For a hot minute I thought they were going to drag out Radcliffe being “captive” for the whole episode and the twist was going to be that he was faking. I was not into that, so when he gave up the farce after only about ten minutes I started settling into the story. What I’m especially pleased with is not just that the Russians are bankrolling bigoted US Senator Nadeer but that these particular Russians go directly back to the episode from last season where Bobbi and Hunter got written out of the show. I still hate that episode and think it’s pointless but one of the continually great things about this series is that it never shies away from the stuff it screws up. It tends to acknowledge that everything happened and tries to use it all for something better in the future. I also was honestly caught off guard that the thing the Russians want to destroy for “causing” all the alien problems isn’t SHIELD, but Coulson himself. It’s nice to put him and all of his issues front and center again! Now maybe he’ll get to come out to the world as alive specifically because his life is being targeted. Who knows.
Now I must talk about Fitz. I mean, first: A+ letting Fitz and Simmons deal with their issues and figure out not just Radcliffe but that May is a robot as well. Every episode this season has used FitzSimmons to drive the plot forward which has always been their most important function. On a few previous occasions that purpose has gotten lost in jargon and drama, so I greatly appreciate that they’re being used appropriately. But more to the point, I’ve railed against “4,722 Hours” since it aired. That particular episode was also penned by Craig Titley which forever mystifies me. One of the many, many things I found so disturbing about it was casting Simmons’ father as a paragon whose approval she lives by and who turned her on to science. None of that reads right for me, not least of all because no one who behaves like Simmons comes from a good situation. I don’t appreciate them using some schmaltzy ideal of a father as a cheap plot device when it doesn’t jive with what they’ve told us previously. So all that to say: they started talking about Fitz’s dad for the first time ever on my fragile Tuesday and I was like “this has the potential to be a disaster very shortly.” Because I come from bad people and bad situations. My head is incredibly screwed up because of it. Fitz and Simmons have always felt like my kind of outsider. Their weirdness and their vague backstories of shy isolation don’t scream “happy childhoods” to me. The only other time Agents of SHIELD has even tried to give someone an abusive family was with Ward, and they got bored with that halfway through. What’s more, I am sick as hell of characters—particularly brilliant characters—only achieving things in their lives because of their parents. It perpetuates the bizarre falsehood that your intelligence and drives are somehow inherited and that you have no control at all over your own identity. Suggesting that your parents utterly define your path in life reinforces the idea that you are your programming and there’s no way to break out of the cycle. That idea makes me physically ill.
Which brings me to Fitz’s dad, who no one has ever mentioned before, not once. I always noted the omission, so when they finally said something about it I was like “well, here it comes.” I worried they’d do some stupid reveal like “oh he’s Tony Stark’s half-brother” or some other Marvel mythology nonsense. Like he’d be the son of some genius or superhero rather than his own self with a passion and path that he chose. That is one of the things on my list entitled “Ways to F— Up FitzSimmons.” But they didn’t go there. My dear Fitz is brilliant in spite of his father’s bullying and abandonment. I very personally needed Fitz to reject his dad. I needed for him to say “don’t care, I’m out of that loop” rather than have some big family drama that drags on and ends in faux reconciliation. I needed that. I needed it from anyone. It’s rare for stories to tell you it’s okay to reject people who’ve abused you, especially when it’s a parent. To give it to me from Fitz, of all characters—Fitz who I already love more than anything—that bolsters me right up. It validates the fact that I ran away and completely cut off the people who held me captive and treated me like garbage. You don’t need awful people in your life. You don’t need their approval. You don’t have to let them turn you into a closed off mass of calluses. You can love in spite of that.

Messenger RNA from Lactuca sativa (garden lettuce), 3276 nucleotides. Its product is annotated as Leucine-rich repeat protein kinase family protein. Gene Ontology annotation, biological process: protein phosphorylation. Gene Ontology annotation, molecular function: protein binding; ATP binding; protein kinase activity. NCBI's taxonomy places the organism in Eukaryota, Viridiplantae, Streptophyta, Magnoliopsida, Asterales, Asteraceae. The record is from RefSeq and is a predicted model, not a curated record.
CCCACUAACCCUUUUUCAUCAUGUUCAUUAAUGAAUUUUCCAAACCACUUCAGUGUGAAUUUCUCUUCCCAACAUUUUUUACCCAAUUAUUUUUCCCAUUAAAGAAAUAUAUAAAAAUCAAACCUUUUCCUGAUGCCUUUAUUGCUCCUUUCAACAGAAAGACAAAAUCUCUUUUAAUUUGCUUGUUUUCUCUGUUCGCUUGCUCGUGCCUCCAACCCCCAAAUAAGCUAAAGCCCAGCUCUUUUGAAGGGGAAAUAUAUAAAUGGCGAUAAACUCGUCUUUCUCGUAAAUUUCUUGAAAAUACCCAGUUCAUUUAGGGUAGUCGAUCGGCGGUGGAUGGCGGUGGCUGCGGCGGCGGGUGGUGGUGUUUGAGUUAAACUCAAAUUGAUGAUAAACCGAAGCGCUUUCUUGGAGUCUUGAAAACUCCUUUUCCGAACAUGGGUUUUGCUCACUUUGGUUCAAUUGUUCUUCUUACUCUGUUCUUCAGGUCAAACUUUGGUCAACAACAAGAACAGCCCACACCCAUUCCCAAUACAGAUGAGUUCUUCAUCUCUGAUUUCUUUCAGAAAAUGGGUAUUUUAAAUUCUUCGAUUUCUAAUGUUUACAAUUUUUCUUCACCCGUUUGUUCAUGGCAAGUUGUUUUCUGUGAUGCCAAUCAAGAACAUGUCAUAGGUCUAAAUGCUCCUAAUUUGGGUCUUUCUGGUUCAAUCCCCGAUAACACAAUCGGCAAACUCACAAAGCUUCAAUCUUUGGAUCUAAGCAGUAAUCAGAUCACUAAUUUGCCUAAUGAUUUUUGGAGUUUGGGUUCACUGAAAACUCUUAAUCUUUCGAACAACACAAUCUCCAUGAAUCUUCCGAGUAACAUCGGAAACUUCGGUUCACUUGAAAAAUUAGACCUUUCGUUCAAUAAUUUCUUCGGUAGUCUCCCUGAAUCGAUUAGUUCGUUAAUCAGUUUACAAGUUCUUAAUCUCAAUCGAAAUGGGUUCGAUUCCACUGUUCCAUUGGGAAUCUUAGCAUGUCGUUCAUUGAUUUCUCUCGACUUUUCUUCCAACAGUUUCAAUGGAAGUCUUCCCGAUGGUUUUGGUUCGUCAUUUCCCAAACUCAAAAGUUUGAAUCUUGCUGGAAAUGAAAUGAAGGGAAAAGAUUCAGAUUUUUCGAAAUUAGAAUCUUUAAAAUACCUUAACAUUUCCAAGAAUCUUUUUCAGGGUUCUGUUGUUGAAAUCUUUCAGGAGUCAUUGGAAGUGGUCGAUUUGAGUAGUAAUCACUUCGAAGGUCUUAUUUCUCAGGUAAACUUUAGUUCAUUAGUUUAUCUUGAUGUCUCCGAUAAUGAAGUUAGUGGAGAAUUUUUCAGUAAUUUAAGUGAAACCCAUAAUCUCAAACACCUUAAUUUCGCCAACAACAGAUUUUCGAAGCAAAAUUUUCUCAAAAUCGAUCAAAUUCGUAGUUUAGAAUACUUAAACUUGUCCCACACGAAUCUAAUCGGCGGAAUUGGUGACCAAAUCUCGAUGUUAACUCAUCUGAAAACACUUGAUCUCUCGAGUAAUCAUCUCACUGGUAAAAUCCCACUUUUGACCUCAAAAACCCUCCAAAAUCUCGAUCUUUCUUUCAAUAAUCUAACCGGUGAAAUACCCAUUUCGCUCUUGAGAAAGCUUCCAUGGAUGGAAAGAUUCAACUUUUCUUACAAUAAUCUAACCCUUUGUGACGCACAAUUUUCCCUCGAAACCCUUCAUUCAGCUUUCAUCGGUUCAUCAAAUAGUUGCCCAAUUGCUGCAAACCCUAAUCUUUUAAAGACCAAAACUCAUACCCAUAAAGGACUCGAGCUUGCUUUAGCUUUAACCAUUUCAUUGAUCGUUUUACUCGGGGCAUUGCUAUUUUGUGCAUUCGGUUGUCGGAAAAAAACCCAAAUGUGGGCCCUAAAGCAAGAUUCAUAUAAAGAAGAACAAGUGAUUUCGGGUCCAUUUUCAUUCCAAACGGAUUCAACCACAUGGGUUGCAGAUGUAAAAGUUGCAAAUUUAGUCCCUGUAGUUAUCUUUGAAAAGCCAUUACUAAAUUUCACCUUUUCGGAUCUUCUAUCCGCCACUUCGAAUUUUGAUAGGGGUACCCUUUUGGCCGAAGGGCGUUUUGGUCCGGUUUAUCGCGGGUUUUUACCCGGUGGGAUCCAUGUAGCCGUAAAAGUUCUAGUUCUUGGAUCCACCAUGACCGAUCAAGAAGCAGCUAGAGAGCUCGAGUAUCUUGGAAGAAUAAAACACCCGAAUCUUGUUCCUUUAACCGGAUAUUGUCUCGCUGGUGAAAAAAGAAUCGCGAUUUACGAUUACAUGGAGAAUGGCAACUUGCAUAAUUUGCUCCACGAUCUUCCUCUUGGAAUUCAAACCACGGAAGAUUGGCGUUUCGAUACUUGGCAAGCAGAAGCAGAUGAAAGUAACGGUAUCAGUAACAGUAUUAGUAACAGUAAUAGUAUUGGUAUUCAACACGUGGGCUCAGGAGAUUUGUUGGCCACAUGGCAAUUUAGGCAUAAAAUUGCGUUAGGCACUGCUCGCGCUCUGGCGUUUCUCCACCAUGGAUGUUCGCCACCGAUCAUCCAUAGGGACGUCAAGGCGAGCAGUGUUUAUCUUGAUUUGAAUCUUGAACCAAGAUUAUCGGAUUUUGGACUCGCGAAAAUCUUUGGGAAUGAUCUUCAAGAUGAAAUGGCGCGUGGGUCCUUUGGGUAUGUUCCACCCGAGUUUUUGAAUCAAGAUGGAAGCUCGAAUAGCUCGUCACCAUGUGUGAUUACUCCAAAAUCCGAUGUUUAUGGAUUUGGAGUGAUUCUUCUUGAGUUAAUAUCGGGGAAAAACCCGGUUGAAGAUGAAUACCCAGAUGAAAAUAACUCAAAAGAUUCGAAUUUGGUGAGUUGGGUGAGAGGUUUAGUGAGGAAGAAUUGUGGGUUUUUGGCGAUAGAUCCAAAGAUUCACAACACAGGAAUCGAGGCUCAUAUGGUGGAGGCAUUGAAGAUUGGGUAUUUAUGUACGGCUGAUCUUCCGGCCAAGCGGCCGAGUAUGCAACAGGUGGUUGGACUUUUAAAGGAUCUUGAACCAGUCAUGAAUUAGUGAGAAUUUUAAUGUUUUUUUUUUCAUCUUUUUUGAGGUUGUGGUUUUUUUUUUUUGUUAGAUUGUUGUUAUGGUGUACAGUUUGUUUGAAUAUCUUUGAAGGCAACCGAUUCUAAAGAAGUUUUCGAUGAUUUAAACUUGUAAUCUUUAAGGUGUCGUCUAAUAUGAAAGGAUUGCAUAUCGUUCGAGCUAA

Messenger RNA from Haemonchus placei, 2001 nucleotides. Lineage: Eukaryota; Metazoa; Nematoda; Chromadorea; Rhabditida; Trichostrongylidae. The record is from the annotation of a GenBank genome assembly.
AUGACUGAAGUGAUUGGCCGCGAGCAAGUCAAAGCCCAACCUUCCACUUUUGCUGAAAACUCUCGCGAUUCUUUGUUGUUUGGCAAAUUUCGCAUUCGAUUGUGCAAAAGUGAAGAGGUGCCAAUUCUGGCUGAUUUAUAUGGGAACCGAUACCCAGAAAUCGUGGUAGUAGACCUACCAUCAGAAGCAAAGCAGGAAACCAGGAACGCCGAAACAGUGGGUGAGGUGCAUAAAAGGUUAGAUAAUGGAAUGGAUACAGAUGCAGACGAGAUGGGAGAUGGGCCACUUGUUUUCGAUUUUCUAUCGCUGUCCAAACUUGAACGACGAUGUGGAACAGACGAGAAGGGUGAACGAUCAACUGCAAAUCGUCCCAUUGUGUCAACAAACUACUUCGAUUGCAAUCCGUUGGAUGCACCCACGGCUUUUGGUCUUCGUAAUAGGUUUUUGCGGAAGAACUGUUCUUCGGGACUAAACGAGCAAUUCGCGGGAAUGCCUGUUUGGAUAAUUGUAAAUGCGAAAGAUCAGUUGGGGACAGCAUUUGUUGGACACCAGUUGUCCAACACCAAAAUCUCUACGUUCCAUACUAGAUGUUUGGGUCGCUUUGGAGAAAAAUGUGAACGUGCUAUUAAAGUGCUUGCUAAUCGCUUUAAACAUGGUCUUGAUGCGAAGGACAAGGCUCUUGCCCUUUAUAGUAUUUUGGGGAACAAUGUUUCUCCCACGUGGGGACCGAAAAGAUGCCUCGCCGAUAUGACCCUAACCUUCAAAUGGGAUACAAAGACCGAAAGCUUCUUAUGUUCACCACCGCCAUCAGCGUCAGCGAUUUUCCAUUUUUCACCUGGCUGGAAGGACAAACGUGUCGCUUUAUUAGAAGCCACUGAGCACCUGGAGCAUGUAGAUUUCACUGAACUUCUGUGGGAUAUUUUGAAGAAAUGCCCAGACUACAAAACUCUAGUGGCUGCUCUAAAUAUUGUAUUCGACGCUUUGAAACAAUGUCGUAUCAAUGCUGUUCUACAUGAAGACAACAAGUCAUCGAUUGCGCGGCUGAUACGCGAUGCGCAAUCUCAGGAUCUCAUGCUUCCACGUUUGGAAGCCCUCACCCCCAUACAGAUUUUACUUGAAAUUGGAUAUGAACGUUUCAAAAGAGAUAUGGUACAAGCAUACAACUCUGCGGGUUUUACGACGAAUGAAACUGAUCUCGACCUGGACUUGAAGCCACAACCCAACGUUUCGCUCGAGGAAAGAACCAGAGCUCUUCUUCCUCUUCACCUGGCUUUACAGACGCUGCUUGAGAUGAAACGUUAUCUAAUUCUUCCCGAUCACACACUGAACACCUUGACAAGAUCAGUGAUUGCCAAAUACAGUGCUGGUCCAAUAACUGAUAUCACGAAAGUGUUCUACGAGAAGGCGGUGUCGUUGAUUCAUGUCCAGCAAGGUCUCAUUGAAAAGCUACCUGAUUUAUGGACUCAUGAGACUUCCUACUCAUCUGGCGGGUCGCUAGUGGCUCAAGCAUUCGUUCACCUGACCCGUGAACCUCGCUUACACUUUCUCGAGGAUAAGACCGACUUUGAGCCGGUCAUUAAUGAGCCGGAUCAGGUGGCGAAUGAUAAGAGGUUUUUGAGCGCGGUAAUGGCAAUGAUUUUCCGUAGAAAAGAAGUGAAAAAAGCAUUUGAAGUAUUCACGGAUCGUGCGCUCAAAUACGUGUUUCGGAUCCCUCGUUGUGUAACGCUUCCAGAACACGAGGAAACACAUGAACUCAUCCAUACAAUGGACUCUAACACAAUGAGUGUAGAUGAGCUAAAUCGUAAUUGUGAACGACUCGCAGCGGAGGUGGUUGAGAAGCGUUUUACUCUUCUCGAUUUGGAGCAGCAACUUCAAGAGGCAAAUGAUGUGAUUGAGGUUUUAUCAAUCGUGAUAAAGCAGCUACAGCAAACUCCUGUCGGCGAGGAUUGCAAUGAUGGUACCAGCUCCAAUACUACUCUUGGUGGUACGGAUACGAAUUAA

For years I’ve told myself Fitz and Simmons are my best life. They’re what I could have been if I’d gotten a halfway decent start, or got away sooner, or a whole host of other coulda-shoulda-wouldas. I lived vicariously through those two because they were my only escape and they represented the fantasy life full of love and adventure, intelligence and agency that I could never have. But that’s not true. They’re what I could be anytime I want because what happened to you doesn’t define who you are. You are not your programming. You’re more than that. So, Craig Titley may have once gutted me so hard I curled up in a ball on the floor for two hours, and there was that one time where he got me locked in a mental institution for a week. But he also told me exactly the thing I needed to hear from the two faces I’d be most likely to listen to: you are your own person, and compassion is a strength not a weakness. That’s what Fitz and Simmons have always said to me but it physically hurts to have that driven home so well.
Someday, I’ll write that personal essay about what Agents of SHIELD means to me and how it’s basically saved my life for four years but I think you get the point. So on top of, you know, fulfilling some of my own desperate lonely emotional needs it threw in my favorite metaphysical debates, on-point political commentary, some action and suspense, and a big mess of Koenig silliness. I couldn’t objectively grade this one in a million years.
Season 4, Episode 12 (S04E12)
Agents of SHIELD airs Tuesdays at 10PM on ABC
Dana is a digitization archivist by day and a masked pop culture avenger by night. She spreads the gospel of science fiction and fantasy wherever she goes.
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Dana Leigh Brand | Contributor